OpenAI provides additional information and regularly updates their frequently asked questions for data usage. It contains several helpful links for their non-API products with current procedures for requesting data deletion and goes into further detail explaining how to delete your OpenAI account and what they do with your data.

The current FAQ can be found here: Data usage for consumer services FAQ | OpenAI Help Center

Does OpenAI sell your data from ChatGPT?

OpenAI states that they do not use the data users put into ChatGPT for selling products or services, but they use the information entered into ChatGPT for training and improving their AI models.

They further go on to explain that there are two ways that they handle data. Information sent to ChatGPT through their API, the connection protocol used by third party services, is not used to train their AI model. However, information that is entered directly into ChatGPT from their website is used for model training.

OpenAI provides users with the ability to opt out of using their data for training purposes.

Opting Out of ChatGPT Data Collection

OpenAI provides users of their products, the ability to opt out of data collection by filling out an online form. Once you fill out the form and submit it, OpenAI will no longer use the data that you enter directly into their products like ChatGPT and Dall-e2 for training purposes.

The ChatGPT User Content Opt Out Form will not remove any data that has already been entered into ChatGPT, it only prevents future data from being recorded.

ChatGPT user content opt out request and data retention policy.

You can find the opt out form here: OpenAI User Content Opt Out Request

Another recent feature addition to ChatGPT is an in private or incognito mode that allows users to turn data collection on or off.

How to use ChatGPT in Incognito Mode

Users that don’t mind training ChatGPT with a majority of their prompt responses, but want to maintain some confidentiality while using the system have the ability to turn on the equivalent of in private or incgonito mode in ChatGPT.

To turn on ChatGPT Incognito mode follow these steps:

  • Click the three dots (ellipsis) next to your name in the bottom left corner of ChatGPT.
  • Click on Settings
  • Click Data Controls
  • Toggle Chat history & training off
Screenshot of ChatGPT data control settings to disable chat history & training.

Incognito mode was a recent addition feature addition to ChatGPT. By turning this setting on it stops ChatGPT from using your data for training and will not record your conversation history.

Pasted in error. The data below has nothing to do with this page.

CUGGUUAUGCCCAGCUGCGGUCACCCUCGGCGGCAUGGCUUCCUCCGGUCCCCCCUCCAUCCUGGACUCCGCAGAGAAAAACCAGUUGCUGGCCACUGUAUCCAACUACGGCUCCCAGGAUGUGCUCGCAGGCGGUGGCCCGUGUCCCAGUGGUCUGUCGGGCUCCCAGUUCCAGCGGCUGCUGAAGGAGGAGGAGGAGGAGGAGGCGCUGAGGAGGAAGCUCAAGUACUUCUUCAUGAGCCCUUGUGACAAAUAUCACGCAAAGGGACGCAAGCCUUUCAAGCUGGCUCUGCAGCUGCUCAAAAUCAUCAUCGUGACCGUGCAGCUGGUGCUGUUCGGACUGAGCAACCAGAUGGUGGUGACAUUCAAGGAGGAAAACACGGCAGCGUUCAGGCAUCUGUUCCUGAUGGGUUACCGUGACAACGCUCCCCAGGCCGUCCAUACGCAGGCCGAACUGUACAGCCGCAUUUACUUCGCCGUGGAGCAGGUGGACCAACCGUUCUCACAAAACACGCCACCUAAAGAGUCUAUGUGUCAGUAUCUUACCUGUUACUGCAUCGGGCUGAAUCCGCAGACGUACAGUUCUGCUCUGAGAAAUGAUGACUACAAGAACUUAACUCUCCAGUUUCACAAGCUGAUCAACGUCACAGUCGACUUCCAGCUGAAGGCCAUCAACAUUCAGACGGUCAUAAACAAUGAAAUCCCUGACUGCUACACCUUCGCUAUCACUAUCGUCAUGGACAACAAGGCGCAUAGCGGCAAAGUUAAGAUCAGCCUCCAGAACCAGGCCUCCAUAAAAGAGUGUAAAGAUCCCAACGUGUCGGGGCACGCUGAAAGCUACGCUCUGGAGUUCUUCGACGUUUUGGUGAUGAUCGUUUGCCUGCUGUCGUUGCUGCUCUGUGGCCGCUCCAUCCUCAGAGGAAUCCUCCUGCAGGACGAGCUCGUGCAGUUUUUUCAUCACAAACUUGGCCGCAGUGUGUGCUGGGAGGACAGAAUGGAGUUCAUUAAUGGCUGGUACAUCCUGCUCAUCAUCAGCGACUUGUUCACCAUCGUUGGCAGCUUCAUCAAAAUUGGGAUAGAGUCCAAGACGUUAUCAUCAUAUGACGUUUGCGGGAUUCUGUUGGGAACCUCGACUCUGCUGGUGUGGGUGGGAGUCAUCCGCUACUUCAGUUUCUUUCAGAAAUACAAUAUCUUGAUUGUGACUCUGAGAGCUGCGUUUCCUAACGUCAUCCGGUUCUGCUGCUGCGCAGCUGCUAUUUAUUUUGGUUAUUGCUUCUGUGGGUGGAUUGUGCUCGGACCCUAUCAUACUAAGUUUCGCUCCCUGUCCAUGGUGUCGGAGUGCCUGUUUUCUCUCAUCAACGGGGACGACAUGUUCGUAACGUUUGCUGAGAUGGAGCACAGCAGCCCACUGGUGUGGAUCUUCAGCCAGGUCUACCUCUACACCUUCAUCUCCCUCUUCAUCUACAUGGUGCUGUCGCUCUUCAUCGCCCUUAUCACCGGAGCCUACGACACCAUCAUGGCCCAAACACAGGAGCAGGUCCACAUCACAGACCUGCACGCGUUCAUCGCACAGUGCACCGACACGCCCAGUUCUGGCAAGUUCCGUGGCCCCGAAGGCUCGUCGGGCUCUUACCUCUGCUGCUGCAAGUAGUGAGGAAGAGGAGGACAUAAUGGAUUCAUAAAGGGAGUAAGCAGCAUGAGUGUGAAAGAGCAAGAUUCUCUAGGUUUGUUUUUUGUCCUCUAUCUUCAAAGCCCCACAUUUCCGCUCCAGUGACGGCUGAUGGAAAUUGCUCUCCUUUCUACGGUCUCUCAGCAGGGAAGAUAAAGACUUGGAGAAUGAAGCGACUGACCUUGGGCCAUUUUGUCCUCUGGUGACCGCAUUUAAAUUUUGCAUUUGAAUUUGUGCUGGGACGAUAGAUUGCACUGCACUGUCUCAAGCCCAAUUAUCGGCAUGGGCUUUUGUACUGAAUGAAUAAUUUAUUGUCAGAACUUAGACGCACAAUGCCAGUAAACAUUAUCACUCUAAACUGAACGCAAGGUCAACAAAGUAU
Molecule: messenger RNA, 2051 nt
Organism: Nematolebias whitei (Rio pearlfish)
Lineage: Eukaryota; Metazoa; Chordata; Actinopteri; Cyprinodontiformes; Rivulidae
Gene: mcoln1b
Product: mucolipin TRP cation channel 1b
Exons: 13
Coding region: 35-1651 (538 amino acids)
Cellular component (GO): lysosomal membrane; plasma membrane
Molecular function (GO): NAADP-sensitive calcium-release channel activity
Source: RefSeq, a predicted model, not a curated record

Is ChatGPT Safe for Work?

As with any new technology, people have a number of cyber security concerns and data governance concerns with regard to ChatGPT. Recent headlines have brought even more concern with Fortune 500 companies like JP Morgan restricting employees’ access to ChatGPT altogether.

Certain industries such as government contracting, and the financial industry regularly work with highly confidential information. Even though most employees in these industries are required to go through routine cyber security training, it only takes one employee’s incorrect actions to let sensitive data out into the world.

Because of the high-risk nature of this data getting out into the public through ChatGPT we believe that many companies are correct in limiting employee access to ChatGPT for the time being.

Fortunately, Large Language Models (LLMs) like ChatGPT continue to improve and ChatGPT is available in a more secure way for large corporations.

Why Companies Should Consider Azure OpenAI Services

Microsoft invested over $10 billion into OpenAI. They are aggressively integrating ChatGPT into many of their products and much of OpenAI’s backend runs on the Microsoft Azure Cloud.

Azure OpenAI Services are a way for companies to utilize OpenAI’s ChatGPT language model while combining it with the security and data governance features of the Azure Cloud.

Features are expected to continue to improve over-time. Microsoft has shown a number of recent product releases and improvements that will help companies combine data sources while only letting employees access information related to their job roles.

By combining these features, companies will be able to deploy ChatGPT that keeps their proprietary information separate from the general public, and also keeps information compartmentalized so that only people with a need to access the data will be able to do so in a ChatGPT style interface.

On-premises Language Models are Coming

For ChatGPT deployments that require an even higher level of security than a segmented cloud, new language models are coming out that are faster and more efficient.

ChatGPT utilizes a massive amount of computing power to piece together answers to prompts. Because of the current limitations, it would not be feasible to implement a solution on premises or make available on a mobile device.

Stanford University built their own Chat GPT model based on technology from Meta that allowed them to create and train a large language model with minimal resources.

As the technology progresses there will be more instances of it running on local hardware, or on a centralized server that an organization does not have to connect to a cloud data center. Companies will have more capability of controlling who gets access to the data, data retention policies, and data governance.